My Munds Park writing group is the best of the very many writing groups I have been part of over the years. And how lucky I am to count Vy Armour among one of its members. Last summer we worked on Vy's remarkable debut novel, I'll Always Be With You. This summer we are having fun with her new romantic suspense. Two very different novels, but each rich and engaging. You will find her post today laugh-out-loud funny!
Those of you who have followed by baking disasters are probably laughing already. Recalling twice-baked, once-dropped potatoes, Mexican wedding cookies that looked like a fire took place at that wedding…flat instead of round and edges burned to a crisp. (But I discovered that butter is good even when burned. I’m sure Paula Deen would agree.)
Here’s my sad saga. It started quite innocently with a beautiful large zucchini from my friend’s garden here at Munds Park, AZ. (altitude 7000 feet-which plays into the story) I prepared all the wet ingredients as the recipe called for….except I didn’t have lemon juice so I used a little buttermilk. Besides, at high altitude you’re supposed to add a little more liquid and a little more flour. Not sure about the liquid but I remembered reading that somewhere. And I needed to get the quart of buttermilk out of my frig with company coming and lots of other goodies in there.
Now the dry ingredients: 3 ½ cups flour—well, I only had about 3 cups and you’re supposed to have a little more at high altitude rather than less, but I found half a yellow cake mix in the pantry (don’t even ask why I have ½ a cake mix). And I thought that was a good substitute for the flour because I was also 2 cups short on sugar (wow-who would have thought 3 cups sugar in a healthy veggie bread?) Now at Munds Park, we borrow from each other like crazy cause Safeway is 15 miles away unless you want to get a mortgage for a staple at the corner convenience store. But it was too early to start knocking on doors. I was baking early cause had a 9:30 tee time and wanted the bread to be done before I left the house. (I digress).
One other variation: The recipe called for one cup oil. I only had garlic flavored olive oil (I know you’re surprised that I didn’t use this), so I melted one cup of coconut oil paste to a liquid and used that. A healthy touch.
Pans: Called for 2 loaf pans. Of course, I didn’t have them so used a bundt pan. I baked for the hour. Outside was done nicely. Inside raw as cake batter. I put back in-(after I had flipped it,) so put it back with the serving dish. No, it did not melt…oven proof.
After 10 minutes the middle was still kinda gooey but didn’t want the outside to bake any more…so voila. Done.
Not the prettiest creation but very tasty. A little butter or cream cheese. Perfect.
Well, not exactly.
Perhaps I can blame my cooking disasters on my Mother. Isn’t everything we struggle with in life ultimately our mother’s fault? Fortunately I can also give her credit for my any success I have had in the kitchen. When it comes to savory, she was the best –without recipes of course. She came from Bulgaria to America in 1927 and married my father in 1934 with a brief honeymoon at the Chicago World’s Fair.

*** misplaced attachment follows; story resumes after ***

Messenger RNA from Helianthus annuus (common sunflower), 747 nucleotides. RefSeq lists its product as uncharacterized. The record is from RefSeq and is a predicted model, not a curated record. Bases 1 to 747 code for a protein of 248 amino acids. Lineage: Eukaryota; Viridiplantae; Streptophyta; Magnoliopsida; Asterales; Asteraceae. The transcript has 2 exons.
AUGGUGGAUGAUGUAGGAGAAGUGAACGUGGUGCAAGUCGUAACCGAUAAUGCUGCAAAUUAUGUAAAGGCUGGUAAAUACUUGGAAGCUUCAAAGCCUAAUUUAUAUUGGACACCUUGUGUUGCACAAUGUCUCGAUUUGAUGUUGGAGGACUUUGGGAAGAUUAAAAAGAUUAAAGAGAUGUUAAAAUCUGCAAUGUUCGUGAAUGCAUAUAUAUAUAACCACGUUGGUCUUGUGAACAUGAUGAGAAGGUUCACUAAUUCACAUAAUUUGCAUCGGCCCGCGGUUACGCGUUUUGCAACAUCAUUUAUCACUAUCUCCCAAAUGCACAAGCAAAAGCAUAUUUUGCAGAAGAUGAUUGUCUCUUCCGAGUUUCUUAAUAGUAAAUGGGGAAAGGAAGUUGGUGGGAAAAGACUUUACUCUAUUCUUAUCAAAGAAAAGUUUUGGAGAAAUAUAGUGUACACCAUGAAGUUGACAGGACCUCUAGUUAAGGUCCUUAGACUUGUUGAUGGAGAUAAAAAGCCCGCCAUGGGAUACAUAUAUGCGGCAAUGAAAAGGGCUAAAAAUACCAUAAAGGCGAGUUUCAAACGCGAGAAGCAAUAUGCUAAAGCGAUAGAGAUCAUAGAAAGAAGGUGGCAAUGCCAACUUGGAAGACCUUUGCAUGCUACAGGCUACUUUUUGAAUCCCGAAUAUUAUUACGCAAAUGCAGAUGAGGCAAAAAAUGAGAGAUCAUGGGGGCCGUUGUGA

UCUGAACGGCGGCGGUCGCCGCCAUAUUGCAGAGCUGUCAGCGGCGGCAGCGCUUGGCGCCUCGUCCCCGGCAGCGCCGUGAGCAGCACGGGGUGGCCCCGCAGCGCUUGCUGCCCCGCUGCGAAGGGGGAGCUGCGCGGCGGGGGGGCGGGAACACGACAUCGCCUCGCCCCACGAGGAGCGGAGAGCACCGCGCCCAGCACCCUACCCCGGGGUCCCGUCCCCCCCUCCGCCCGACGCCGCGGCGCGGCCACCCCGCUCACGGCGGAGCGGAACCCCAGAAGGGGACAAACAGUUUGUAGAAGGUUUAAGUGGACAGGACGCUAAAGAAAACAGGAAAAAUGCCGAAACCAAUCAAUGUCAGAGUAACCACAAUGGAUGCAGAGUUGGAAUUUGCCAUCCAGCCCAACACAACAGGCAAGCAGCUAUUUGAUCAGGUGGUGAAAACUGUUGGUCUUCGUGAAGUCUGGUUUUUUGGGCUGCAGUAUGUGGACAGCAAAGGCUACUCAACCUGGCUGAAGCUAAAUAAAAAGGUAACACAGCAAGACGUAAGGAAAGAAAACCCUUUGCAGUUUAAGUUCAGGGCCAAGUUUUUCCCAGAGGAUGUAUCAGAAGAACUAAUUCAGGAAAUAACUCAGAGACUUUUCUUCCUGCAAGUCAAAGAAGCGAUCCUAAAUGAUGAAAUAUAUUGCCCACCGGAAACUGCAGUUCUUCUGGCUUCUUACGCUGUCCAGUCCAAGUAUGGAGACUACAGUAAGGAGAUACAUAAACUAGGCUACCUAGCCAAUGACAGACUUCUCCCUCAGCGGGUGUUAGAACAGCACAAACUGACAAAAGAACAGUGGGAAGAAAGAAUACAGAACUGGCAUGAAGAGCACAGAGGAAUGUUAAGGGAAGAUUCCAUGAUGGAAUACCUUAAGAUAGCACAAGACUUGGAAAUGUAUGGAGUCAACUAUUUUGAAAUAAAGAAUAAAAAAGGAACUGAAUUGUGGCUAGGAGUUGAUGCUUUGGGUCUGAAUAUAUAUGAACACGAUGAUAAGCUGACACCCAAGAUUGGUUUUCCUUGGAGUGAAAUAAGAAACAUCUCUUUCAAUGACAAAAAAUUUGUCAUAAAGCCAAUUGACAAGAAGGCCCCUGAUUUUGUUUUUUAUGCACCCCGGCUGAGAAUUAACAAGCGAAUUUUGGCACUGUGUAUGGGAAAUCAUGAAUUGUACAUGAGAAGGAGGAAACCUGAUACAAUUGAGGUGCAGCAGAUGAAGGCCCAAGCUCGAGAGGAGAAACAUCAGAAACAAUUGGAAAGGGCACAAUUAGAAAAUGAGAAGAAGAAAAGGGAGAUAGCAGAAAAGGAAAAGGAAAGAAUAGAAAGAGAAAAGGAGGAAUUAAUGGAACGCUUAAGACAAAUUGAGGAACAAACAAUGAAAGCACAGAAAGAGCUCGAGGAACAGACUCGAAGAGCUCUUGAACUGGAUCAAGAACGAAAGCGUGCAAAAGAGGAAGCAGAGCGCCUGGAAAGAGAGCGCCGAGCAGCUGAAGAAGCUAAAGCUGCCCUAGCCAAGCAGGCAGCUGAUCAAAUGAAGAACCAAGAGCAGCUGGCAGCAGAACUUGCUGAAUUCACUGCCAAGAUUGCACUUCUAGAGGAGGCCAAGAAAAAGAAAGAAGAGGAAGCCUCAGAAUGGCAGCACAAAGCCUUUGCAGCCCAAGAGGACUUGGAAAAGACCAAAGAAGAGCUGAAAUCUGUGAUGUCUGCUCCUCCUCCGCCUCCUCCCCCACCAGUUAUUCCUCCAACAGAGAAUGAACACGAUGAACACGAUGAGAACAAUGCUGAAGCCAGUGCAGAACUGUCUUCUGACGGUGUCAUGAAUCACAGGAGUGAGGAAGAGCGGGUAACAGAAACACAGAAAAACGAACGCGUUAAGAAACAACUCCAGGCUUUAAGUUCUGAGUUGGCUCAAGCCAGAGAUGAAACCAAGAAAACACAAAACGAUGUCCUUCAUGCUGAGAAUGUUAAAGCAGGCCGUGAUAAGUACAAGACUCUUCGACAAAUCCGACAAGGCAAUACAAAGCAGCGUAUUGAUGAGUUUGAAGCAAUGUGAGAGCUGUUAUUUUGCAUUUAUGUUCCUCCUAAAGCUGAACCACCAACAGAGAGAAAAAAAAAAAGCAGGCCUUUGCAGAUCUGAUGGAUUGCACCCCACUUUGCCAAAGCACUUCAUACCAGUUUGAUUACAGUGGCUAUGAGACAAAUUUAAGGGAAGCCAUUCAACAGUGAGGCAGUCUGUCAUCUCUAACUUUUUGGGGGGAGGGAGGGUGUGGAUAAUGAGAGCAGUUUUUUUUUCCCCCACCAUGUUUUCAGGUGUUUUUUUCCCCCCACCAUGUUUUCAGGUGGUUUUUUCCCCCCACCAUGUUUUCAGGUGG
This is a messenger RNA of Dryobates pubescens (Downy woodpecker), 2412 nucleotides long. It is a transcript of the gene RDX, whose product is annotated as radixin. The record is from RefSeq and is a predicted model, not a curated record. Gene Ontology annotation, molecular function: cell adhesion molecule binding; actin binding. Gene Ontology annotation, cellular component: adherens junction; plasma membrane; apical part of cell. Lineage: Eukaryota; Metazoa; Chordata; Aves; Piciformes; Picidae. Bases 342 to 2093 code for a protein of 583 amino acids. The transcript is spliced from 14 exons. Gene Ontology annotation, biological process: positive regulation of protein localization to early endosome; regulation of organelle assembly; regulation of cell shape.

That’s not the only thing that was brief. They knew each other one week before they exchanged vows. First recorded speed dating? Their marriage was arranged by two aunts in Pennsylvania who knew they were both looking for a life partner. It only lasted 47 years till he passed). She told me she had no cooking experience when first married, but by the time I was enjoying her culinary masterpieces some ten years later she had evidently mastered the art of fine Eastern European cuisine. I never once saw a recipe card in her kitchen, but I saw her stirring, chopping, frying and throwing ingredients together like a seasoned pro. A little of this, a pinch of that.
My mouth waters as I write this to recall the taste of her stuffed peppers, stuffed cabbage, stuffed cucumbers (yes, with a lovely lemon sauce), banitsa (phyllo dough with feta cheese), lamb kabobs, and chomlek, a delicious beef, onion and garlic stew.
So it was no wonder that my mother and her recipes surfaced in my debut novel, I’ll Always Be With You, through the character of Baba, a grandmother who consoles her family with food as they struggle through a tragedy.
Grandson, Teddy, age 16, was getting a driving lesson with Dad when a drunk driver slams into them. Dad is killed. Teddy lives but with tremendous survival guilt although he was not to blame. When the family moves from the home of that fatal intersection to Dad’s hometown across the country, Teddy faces the challenge of starting over in a new school. Living in Grandma’s house, she not only provides comfort food but old-age wisdom that guides Teddy through this difficult time. Meanwhile Teddy’s mother, Mary, discovers a few secrets about the Dad that cause her to question the “perfect” life they had together. As she puts the clues together about Dad’s past, she must make a choice—does she choose happiness or regret?
As Teddy and Mary struggle with life choices, Baba, her kitchen and her laden table remain a constant source of nourishment in many ways. Some of her recipes are included at the end of the book.
I’ve decided—whether writing or cooking—often throwing in the unsuspecting and mystery ingredient can add a unique flavor. Just don’t try it in baking.
Violetta Armour is a first-generation American who cherishes her Bulgarian heritage. In her debut fiction novel, I’ll Always Be with You, she captures the spirit of her ancestors and their love for America. She is currently writing a romantic suspense.
She lives in Phoenix, Arizona, where she owned an Ahwatukee neighborhood bookstore in the early 90’s, Pages. She has written for Highlights for Children and Chicken Soup for the Soul. You can find many more recipes as well as her monthly book reviews on her blog at http://serendipity-reflections.blogspot.com/